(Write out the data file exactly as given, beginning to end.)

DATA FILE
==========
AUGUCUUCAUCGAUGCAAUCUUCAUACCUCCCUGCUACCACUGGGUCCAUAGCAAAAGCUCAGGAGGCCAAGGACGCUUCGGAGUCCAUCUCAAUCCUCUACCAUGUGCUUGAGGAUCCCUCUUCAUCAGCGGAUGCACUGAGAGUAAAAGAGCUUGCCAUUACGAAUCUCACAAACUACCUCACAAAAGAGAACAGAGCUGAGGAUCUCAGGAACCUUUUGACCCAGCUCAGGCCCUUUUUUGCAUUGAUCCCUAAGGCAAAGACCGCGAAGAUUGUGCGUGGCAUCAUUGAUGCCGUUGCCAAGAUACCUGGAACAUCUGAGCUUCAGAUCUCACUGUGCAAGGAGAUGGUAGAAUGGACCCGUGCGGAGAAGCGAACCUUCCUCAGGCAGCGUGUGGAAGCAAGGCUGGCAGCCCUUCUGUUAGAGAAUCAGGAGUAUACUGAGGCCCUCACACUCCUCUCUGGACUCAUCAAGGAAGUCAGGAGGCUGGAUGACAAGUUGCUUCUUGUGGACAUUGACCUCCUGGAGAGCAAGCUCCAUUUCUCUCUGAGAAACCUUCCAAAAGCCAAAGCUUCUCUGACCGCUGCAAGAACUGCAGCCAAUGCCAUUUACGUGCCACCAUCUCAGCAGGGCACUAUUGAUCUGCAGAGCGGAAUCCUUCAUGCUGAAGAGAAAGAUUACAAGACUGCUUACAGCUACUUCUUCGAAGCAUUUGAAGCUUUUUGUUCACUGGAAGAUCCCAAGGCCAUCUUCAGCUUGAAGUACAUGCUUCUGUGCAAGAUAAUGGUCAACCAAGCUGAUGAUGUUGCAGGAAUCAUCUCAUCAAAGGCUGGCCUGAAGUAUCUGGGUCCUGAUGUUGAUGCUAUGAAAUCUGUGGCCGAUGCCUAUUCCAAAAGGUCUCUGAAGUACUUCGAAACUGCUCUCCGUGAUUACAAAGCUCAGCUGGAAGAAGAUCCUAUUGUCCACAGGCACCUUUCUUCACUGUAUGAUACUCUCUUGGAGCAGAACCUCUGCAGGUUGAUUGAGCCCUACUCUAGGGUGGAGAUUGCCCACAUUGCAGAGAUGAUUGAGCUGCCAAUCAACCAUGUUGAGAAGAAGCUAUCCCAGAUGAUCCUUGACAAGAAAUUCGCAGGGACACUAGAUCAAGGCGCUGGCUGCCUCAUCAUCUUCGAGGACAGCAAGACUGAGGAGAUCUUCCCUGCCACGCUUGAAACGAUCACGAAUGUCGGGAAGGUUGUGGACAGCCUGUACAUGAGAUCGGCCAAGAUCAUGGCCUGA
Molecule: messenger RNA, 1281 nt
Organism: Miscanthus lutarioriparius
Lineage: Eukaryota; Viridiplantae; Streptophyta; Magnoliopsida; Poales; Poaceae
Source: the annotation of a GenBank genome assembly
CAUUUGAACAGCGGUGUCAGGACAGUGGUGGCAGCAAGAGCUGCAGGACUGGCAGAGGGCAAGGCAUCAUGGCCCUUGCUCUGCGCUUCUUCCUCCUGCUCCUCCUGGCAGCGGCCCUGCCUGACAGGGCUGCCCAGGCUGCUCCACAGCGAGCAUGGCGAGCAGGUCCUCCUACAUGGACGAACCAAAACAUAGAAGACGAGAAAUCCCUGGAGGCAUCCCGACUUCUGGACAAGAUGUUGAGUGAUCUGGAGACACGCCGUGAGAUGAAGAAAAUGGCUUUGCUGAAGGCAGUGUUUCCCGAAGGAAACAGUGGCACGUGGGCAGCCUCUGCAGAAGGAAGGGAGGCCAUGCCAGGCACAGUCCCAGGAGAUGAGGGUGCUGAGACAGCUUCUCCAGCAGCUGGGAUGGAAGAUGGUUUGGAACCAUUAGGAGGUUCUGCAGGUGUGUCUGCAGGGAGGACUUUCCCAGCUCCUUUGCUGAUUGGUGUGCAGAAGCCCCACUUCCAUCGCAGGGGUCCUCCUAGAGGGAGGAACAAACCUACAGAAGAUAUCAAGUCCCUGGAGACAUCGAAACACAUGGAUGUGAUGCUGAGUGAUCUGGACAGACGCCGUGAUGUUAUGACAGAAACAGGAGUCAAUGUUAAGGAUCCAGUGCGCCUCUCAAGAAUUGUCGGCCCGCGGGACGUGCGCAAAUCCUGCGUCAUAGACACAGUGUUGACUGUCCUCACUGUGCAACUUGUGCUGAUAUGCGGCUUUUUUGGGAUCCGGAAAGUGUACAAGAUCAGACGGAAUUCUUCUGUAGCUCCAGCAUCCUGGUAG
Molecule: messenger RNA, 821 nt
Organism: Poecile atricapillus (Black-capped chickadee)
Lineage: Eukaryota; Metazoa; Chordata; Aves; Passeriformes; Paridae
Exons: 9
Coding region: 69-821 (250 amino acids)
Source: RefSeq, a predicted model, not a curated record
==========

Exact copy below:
AUGUCUUCAUCGAUGCAAUCUUCAUACCUCCCUGCUACCACUGGGUCCAUAGCAAAAGCUCAGGAGGCCAAGGACGCUUCGGAGUCCAUCUCAAUCCUCUACCAUGUGCUUGAGGAUCCCUCUUCAUCAGCGGAUGCACUGAGAGUAAAAGAGCUUGCCAUUACGAAUCUCACAAACUACCUCACAAAAGAGAACAGAGCUGAGGAUCUCAGGAACCUUUUGACCCAGCUCAGGCCCUUUUUUGCAUUGAUCCCUAAGGCAAAGACCGCGAAGAUUGUGCGUGGCAUCAUUGAUGCCGUUGCCAAGAUACCUGGAACAUCUGAGCUUCAGAUCUCACUGUGCAAGGAGAUGGUAGAAUGGACCCGUGCGGAGAAGCGAACCUUCCUCAGGCAGCGUGUGGAAGCAAGGCUGGCAGCCCUUCUGUUAGAGAAUCAGGAGUAUACUGAGGCCCUCACACUCCUCUCUGGACUCAUCAAGGAAGUCAGGAGGCUGGAUGACAAGUUGCUUCUUGUGGACAUUGACCUCCUGGAGAGCAAGCUCCAUUUCUCUCUGAGAAACCUUCCAAAAGCCAAAGCUUCUCUGACCGCUGCAAGAACUGCAGCCAAUGCCAUUUACGUGCCACCAUCUCAGCAGGGCACUAUUGAUCUGCAGAGCGGAAUCCUUCAUGCUGAAGAGAAAGAUUACAAGACUGCUUACAGCUACUUCUUCGAAGCAUUUGAAGCUUUUUGUUCACUGGAAGAUCCCAAGGCCAUCUUCAGCUUGAAGUACAUGCUUCUGUGCAAGAUAAUGGUCAACCAAGCUGAUGAUGUUGCAGGAAUCAUCUCAUCAAAGGCUGGCCUGAAGUAUCUGGGUCCUGAUGUUGAUGCUAUGAAAUCUGUGGCCGAUGCCUAUUCCAAAAGGUCUCUGAAGUACUUCGAAACUGCUCUCCGUGAUUACAAAGCUCAGCUGGAAGAAGAUCCUAUUGUCCACAGGCACCUUUCUUCACUGUAUGAUACUCUCUUGGAGCAGAACCUCUGCAGGUUGAUUGAGCCCUACUCUAGGGUGGAGAUUGCCCACAUUGCAGAGAUGAUUGAGCUGCCAAUCAACCAUGUUGAGAAGAAGCUAUCCCAGAUGAUCCUUGACAAGAAAUUCGCAGGGACACUAGAUCAAGGCGCUGGCUGCCUCAUCAUCUUCGAGGACAGCAAGACUGAGGAGAUCUUCCCUGCCACGCUUGAAACGAUCACGAAUGUCGGGAAGGUUGUGGACAGCCUGUACAUGAGAUCGGCCAAGAUCAUGGCCUGA
Molecule: messenger RNA, 1281 nt
Organism: Miscanthus lutarioriparius
Lineage: Eukaryota; Viridiplantae; Streptophyta; Magnoliopsida; Poales; Poaceae
Source: the annotation of a GenBank genome assembly
CAUUUGAACAGCGGUGUCAGGACAGUGGUGGCAGCAAGAGCUGCAGGACUGGCAGAGGGCAAGGCAUCAUGGCCCUUGCUCUGCGCUUCUUCCUCCUGCUCCUCCUGGCAGCGGCCCUGCCUGACAGGGCUGCCCAGGCUGCUCCACAGCGAGCAUGGCGAGCAGGUCCUCCUACAUGGACGAACCAAAACAUAGAAGACGAGAAAUCCCUGGAGGCAUCCCGACUUCUGGACAAGAUGUUGAGUGAUCUGGAGACACGCCGUGAGAUGAAGAAAAUGGCUUUGCUGAAGGCAGUGUUUCCCGAAGGAAACAGUGGCACGUGGGCAGCCUCUGCAGAAGGAAGGGAGGCCAUGCCAGGCACAGUCCCAGGAGAUGAGGGUGCUGAGACAGCUUCUCCAGCAGCUGGGAUGGAAGAUGGUUUGGAACCAUUAGGAGGUUCUGCAGGUGUGUCUGCAGGGAGGACUUUCCCAGCUCCUUUGCUGAUUGGUGUGCAGAAGCCCCACUUCCAUCGCAGGGGUCCUCCUAGAGGGAGGAACAAACCUACAGAAGAUAUCAAGUCCCUGGAGACAUCGAAACACAUGGAUGUGAUGCUGAGUGAUCUGGACAGACGCCGUGAUGUUAUGACAGAAACAGGAGUCAAUGUUAAGGAUCCAGUGCGCCUCUCAAGAAUUGUCGGCCCGCGGGACGUGCGCAAAUCCUGCGUCAUAGACACAGUGUUGACUGUCCUCACUGUGCAACUUGUGCUGAUAUGCGGCUUUUUUGGGAUCCGGAAAGUGUACAAGAUCAGACGGAAUUCUUCUGUAGCUCCAGCAUCCUGGUAG
Molecule: messenger RNA, 821 nt
Organism: Poecile atricapillus (Black-capped chickadee)
Lineage: Eukaryota; Metazoa; Chordata; Aves; Passeriformes; Paridae
Exons: 9
Coding region: 69-821 (250 amino acids)
Source: RefSeq, a predicted model, not a curated record